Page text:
Electric buses and Oyster cards part of wider plans to get people using public transport in the city
A network of electric buses criss-crossing the city are the centrepiece of a new plan designed to save the city from gridlock due to massive growth in population and car ownership.
Birmingham City Council leader Sir Albert Bore has outlined a radical 25-year plan for a historic change to the city, with a 200-mile network of 11 Sprint rapid-transit lines – a hybrid between a bus and tram service – the centrepiece.
Birmingham’s new Mobility Action Plan also includes a new London tube-style map will help visitors and commuters around the network of buses, trams and trains to give Birmingham a a genuine integrated transport network.
A more integrated Oyster Card style fare system will also simplify payment for public transport in future.
Currently half of the 3.3 million journeys taken in the city each day are by car, compared to rates as low as 15 per cent in cities like Osaka or Stockholm.
But with Birmingham’s population expected to grow, planners estimate that by 2031 there will be an extra 80,000 cars on the road bringing the network grinding to a halt unless action is taken now.
With a one-mile extension to the Midland Metro costing £125 million, planners are also conscious that developing more tram lines will be too costly. Instead, a more affordable alternative, the Sprint rapid-bus system will be developed, with the option to upgrade them to trams if or when cash is available.
And cutting-edge technology is being developed to run them at a fraction of the cost of diesel. Already electric-conductive charging points in bus lay-bys are being used in Genoa and Turin, slashing fuel costs by 80 per cent.
The city of Noord-Brabant in Holland is developing the ATC Solar Curve Bus Stop under which solar panels built into bus shelters provide the power.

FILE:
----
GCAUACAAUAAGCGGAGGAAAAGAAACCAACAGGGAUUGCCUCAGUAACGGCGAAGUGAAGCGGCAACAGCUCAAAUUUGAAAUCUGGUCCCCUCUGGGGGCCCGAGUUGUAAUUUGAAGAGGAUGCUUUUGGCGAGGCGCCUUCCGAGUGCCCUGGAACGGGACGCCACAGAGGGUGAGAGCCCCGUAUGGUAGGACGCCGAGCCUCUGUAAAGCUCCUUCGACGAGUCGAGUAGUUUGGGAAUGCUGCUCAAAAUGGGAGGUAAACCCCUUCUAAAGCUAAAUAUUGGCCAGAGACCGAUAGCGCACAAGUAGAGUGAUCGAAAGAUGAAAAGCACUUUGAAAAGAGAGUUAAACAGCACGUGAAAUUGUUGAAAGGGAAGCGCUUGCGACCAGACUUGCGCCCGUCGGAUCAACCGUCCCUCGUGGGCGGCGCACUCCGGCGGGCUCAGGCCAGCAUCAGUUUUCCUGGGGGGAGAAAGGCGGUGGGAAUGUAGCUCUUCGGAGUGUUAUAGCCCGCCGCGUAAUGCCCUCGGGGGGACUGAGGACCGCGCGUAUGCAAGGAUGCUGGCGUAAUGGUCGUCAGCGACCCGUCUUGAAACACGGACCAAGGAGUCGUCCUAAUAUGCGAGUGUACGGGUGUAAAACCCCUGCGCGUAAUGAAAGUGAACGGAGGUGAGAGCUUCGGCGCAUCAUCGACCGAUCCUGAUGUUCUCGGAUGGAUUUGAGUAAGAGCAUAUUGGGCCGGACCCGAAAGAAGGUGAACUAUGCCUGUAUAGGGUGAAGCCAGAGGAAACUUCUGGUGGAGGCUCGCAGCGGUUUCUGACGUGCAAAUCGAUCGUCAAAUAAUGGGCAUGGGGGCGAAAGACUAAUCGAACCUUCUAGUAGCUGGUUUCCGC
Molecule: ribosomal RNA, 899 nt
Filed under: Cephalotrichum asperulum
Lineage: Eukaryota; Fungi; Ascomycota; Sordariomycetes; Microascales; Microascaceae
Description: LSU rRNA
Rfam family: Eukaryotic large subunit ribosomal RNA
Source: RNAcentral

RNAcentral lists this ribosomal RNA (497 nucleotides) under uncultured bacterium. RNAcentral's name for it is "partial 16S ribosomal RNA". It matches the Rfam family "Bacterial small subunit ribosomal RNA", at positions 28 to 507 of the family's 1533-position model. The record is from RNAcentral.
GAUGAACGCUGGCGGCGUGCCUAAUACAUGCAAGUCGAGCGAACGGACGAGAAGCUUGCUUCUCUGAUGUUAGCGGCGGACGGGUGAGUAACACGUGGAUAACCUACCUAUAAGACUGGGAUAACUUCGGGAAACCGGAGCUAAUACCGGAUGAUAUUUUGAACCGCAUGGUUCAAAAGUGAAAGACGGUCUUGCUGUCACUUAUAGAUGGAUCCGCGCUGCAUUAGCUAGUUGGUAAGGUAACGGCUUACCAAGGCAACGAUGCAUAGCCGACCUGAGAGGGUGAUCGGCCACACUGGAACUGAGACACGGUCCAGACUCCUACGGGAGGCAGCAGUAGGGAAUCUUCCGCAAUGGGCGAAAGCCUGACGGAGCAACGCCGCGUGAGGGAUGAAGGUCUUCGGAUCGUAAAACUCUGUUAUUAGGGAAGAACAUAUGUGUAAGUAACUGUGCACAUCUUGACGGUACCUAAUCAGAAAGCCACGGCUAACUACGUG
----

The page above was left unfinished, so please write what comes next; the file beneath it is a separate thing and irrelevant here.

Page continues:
Plans are also being developed to encourage more walking – such as by making the busy school run safer, and encouraging cycling.
Sir Albert, who ordered the plan, said: “Having an efficient transport system is a vital part of meeting our plans to move the city forward.
“Whilst we have had successes, in general Birmingham is lagging behind many UK and European cities in its thinking.
“This is a transport plan, not for tomorrow but for over the next 25 years. We need an integrated transport system in Birmingham which we all need to agree on.
“This is why we are putting out this consultation document. Once this plan is agreed across the businesses and residents of Birmingham then we need to put in place funding programmes that will allow us to implement the plan over the coming years.
“This is precisely what countries such as France and Germany have done over the last 20 years, and which is why their transport infrastructure is so much better than ours. We need to do better in Birmingham and this plan will allow us to deliver a transport system comparable to other cities in Europe.”
But the plan will not be implemented over night. Even with the Sprint system being much more affordable than a metro, it is estimated that it will still cost between £1 billion and £3 billion to develop all 11 lines proposed.
Development will include extending bus lanes, improving waiting areas and creating a series of interchanges around the outer and middle ring roads which would link with train and tram services, cycle routes and even park and ride facilities - designed to make it as easy as possible for people to change.
Coupled with that will be a new charging system and smart card under which people will be charged for the journey from a to b, not by the number of buses or trains it takes – similar to the London transport charging system.
Simon Statham, associate director of transport consultants WSP and one of the architects of the plan, said: “This is not just about transport, trains and buses, it’s about how transport can enrich and enhance people’s lives. It’s about health and education.
“Something needs to be done. There are 3.3 million trips per day, most of them by car and a quarter of them less than a mile. This will rise to four million by 2031. The transport system as it stands cannot cope with four million trips.”
Perhaps signalling the austere nature of public finance it is assumed that there will be little, if any, new investment in the city’s local Metro or rail networks beyond what is currently planned.
An exception to this would be the reinstatement of passenger services on freight only Camp Hill Chords, Tamworth and Sutton Park rail lines - included in the Action Plan.
Centro has been trying to get the line reopened since 2007, and last year made a renewed bid for £150 million Department for Transport funding – with the ambition to get started on work in 2019, to be completed in time to feed in to HS2. So far the Government funding has remained elusive.